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Red Nose Day: Julia Roberts highlights nurse's 'amazing' work with underprivileged kids

Julia Roberts is supporting Red Nose Day by highlighting the work done by a special nurse at a school for students living below the poverty line.
/ Source: TODAY

Last year Julia Roberts dramatically deepened her famous voice for the sake of comedy to promote Red Nose Day, but this year, she is using it to bring attention in a more serious way.

To highlight this year's Red Nose Day, the Oscar-winning actress shined a light on the great work being done at Children First Academy in Phoenix, where all of the students live below the poverty line and a majority are homeless.

The K-9 school, which consists of kindergarten through ninth grade, also provides busing, social services and medical care while distributing a box of food each month to needy families.

"It's just amazing how much they can provide in this very small space for a huge amount of children who are entitled to care and love,'' Roberts told Joe Fryer on TODAY Thursday.

DONATE NOW: Support Red Nose Day to help lift children around the world out of poverty

A global movement to fight kids' poverty that has raised over $1 billion in the last 25 years, Red Nose Day launched in the U.S. last year.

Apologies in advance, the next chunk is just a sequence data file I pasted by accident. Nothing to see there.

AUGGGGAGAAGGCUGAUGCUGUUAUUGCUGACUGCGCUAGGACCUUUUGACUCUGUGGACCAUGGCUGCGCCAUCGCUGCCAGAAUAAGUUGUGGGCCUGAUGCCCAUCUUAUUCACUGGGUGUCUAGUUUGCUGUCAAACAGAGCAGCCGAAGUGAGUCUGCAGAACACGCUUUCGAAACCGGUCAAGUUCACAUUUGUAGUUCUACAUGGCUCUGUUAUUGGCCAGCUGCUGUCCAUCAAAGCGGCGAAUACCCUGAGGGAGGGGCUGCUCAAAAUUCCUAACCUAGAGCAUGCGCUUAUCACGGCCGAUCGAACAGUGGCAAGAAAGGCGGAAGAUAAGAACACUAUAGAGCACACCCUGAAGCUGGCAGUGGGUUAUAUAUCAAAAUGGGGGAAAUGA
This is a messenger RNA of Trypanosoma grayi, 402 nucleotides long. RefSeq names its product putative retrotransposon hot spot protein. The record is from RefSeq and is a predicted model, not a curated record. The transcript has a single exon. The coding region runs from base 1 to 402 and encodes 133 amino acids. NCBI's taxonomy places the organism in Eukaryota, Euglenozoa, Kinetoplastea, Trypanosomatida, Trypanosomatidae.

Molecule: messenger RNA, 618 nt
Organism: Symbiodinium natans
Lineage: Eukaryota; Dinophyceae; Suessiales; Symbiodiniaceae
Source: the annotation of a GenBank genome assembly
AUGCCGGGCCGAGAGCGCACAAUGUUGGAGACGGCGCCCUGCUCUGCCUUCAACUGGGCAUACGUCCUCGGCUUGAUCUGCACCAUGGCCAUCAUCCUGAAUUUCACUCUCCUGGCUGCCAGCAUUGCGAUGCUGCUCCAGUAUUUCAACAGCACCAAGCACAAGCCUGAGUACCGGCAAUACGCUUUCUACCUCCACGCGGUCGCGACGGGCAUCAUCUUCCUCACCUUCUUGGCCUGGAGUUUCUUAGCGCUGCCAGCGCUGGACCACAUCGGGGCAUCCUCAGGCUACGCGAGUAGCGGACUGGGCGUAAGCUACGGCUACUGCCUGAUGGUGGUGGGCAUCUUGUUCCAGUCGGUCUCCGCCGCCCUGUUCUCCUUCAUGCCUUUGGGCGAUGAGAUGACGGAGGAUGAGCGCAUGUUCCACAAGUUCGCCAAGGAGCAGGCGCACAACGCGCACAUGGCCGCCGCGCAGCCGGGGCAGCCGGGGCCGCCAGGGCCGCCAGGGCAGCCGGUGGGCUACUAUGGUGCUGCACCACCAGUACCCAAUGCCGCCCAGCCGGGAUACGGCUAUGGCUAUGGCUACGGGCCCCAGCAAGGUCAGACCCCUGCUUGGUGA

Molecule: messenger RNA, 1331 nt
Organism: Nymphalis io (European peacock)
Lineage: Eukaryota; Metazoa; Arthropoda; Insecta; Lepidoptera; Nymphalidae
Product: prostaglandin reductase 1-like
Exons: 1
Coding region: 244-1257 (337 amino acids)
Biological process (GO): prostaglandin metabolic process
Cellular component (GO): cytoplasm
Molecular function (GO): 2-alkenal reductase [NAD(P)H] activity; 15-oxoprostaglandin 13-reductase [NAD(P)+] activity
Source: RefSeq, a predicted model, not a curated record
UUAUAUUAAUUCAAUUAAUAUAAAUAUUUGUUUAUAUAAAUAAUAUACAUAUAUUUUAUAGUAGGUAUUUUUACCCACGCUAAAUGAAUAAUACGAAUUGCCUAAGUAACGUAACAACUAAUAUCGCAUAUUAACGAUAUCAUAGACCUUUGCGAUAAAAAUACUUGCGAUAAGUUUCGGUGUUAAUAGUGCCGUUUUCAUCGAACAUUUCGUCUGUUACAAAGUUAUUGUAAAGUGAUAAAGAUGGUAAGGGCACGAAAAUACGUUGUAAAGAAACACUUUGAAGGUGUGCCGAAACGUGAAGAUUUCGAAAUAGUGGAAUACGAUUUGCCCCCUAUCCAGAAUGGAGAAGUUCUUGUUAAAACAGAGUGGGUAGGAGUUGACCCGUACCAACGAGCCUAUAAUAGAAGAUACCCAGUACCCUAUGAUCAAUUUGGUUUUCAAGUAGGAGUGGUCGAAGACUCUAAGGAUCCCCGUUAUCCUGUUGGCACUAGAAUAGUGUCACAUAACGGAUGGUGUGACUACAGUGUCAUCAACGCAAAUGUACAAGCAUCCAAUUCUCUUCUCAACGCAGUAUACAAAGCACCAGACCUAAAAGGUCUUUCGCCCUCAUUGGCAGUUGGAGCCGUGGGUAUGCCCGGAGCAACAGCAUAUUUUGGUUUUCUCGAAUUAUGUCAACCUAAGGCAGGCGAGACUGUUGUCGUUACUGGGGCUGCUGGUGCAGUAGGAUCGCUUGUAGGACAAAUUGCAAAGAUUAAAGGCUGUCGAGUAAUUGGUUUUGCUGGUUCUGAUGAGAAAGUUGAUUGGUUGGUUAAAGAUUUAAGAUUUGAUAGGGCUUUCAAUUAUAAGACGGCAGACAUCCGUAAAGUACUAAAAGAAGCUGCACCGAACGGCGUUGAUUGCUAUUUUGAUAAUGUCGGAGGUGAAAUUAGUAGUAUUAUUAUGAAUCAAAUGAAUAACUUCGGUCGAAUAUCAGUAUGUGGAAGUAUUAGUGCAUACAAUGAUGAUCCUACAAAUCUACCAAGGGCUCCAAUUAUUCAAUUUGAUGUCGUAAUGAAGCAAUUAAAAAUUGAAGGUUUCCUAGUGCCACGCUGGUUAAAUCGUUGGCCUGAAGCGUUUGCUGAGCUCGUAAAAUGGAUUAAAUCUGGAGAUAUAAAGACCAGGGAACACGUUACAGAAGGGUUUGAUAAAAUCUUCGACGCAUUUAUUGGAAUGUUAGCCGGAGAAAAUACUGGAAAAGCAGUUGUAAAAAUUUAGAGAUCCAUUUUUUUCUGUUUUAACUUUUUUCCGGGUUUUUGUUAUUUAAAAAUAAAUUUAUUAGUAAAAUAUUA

Half the money raised by Red Nose Day helps kids in America, and half goes to some of the poorest countries in the world. For every dollar contributed, the Gates Foundation will donate two dollars up to $500,000.

In a funny video to promote the event last year, Roberts had her voice dubbed several octaves deeper in a handful of her memorable movie roles.

But this year she took a more serious turn in highlighting the work done by nurse Lacey Khor at Children's First Academy.

RELATED: Red Nose Day: TODAY pedals 10,000 miles to help kids in need

"It's not to be overwhelmed by how incredibly unfortunate and sad it is,'' Roberts said. "It's to realize we can all rise up and actually participate in altering it."

The school has its own health clinic to treat kids suffering from poor nutrition, lack of sleep, asthma, mental health issues and more.

"It is hard to do every day, but it would be hard not to do, to know that they're here,'' Lacey told Roberts.

Roberts teamed up with Richard Curtis, the man who started Red Nose Day and also wrote hit movies like "Love Actually," "Bridget Jones' Diary," and Roberts' 1999 smash "Notting Hill."

"These are children with the toughest lives, with worse health because of that,'' Curtis told Fryer. "And...without this work, they wouldn't get any healthcare."

Roberts still had time for some silliness as she donned a red nose during her interview with Fryer.

"This is how much I love Red Nose Day, and Richard Curtis for starting Red Nose Day, is that I will do this on television for him to raise money,'' she said.

"I'm not embarrassed. I'll do anything for these kids I met today."

Follow writer Scott Stump on Twitter.